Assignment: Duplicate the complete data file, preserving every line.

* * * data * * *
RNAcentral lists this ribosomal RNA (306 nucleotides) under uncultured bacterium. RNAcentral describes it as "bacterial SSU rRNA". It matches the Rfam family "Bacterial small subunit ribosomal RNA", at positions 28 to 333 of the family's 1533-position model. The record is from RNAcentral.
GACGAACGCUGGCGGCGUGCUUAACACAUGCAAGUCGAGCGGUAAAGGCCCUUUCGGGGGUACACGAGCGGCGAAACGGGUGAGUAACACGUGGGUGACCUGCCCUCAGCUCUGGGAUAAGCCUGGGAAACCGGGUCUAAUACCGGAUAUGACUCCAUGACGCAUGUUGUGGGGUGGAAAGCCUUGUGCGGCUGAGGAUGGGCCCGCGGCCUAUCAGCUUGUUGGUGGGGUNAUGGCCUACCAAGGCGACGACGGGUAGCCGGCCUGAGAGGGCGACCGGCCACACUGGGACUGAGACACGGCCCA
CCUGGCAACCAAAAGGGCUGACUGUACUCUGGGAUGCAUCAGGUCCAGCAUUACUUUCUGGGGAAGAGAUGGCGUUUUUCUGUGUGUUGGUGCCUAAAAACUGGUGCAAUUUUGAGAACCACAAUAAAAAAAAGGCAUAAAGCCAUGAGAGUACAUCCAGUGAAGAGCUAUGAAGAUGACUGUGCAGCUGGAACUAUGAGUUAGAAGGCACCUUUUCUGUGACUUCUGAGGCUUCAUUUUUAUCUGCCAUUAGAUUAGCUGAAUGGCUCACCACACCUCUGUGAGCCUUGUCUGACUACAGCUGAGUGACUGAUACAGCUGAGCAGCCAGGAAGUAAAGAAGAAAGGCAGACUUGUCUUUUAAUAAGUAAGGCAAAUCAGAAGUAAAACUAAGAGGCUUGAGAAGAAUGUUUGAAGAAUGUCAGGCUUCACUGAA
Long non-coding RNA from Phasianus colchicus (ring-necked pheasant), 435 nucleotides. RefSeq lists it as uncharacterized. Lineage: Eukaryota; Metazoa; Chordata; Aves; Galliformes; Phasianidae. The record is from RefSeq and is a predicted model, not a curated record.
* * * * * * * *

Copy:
RNAcentral lists this ribosomal RNA (306 nucleotides) under uncultured bacterium. RNAcentral describes it as "bacterial SSU rRNA". It matches the Rfam family "Bacterial small subunit ribosomal RNA", at positions 28 to 333 of the family's 1533-position model. The record is from RNAcentral.
GACGAACGCUGGCGGCGUGCUUAACACAUGCAAGUCGAGCGGUAAAGGCCCUUUCGGGGGUACACGAGCGGCGAAACGGGUGAGUAACACGUGGGUGACCUGCCCUCAGCUCUGGGAUAAGCCUGGGAAACCGGGUCUAAUACCGGAUAUGACUCCAUGACGCAUGUUGUGGGGUGGAAAGCCUUGUGCGGCUGAGGAUGGGCCCGCGGCCUAUCAGCUUGUUGGUGGGGUNAUGGCCUACCAAGGCGACGACGGGUAGCCGGCCUGAGAGGGCGACCGGCCACACUGGGACUGAGACACGGCCCA
CCUGGCAACCAAAAGGGCUGACUGUACUCUGGGAUGCAUCAGGUCCAGCAUUACUUUCUGGGGAAGAGAUGGCGUUUUUCUGUGUGUUGGUGCCUAAAAACUGGUGCAAUUUUGAGAACCACAAUAAAAAAAAGGCAUAAAGCCAUGAGAGUACAUCCAGUGAAGAGCUAUGAAGAUGACUGUGCAGCUGGAACUAUGAGUUAGAAGGCACCUUUUCUGUGACUUCUGAGGCUUCAUUUUUAUCUGCCAUUAGAUUAGCUGAAUGGCUCACCACACCUCUGUGAGCCUUGUCUGACUACAGCUGAGUGACUGAUACAGCUGAGCAGCCAGGAAGUAAAGAAGAAAGGCAGACUUGUCUUUUAAUAAGUAAGGCAAAUCAGAAGUAAAACUAAGAGGCUUGAGAAGAAUGUUUGAAGAAUGUCAGGCUUCACUGAA
Long non-coding RNA from Phasianus colchicus (ring-necked pheasant), 435 nucleotides. RefSeq lists it as uncharacterized. Lineage: Eukaryota; Metazoa; Chordata; Aves; Galliformes; Phasianidae. The record is from RefSeq and is a predicted model, not a curated record.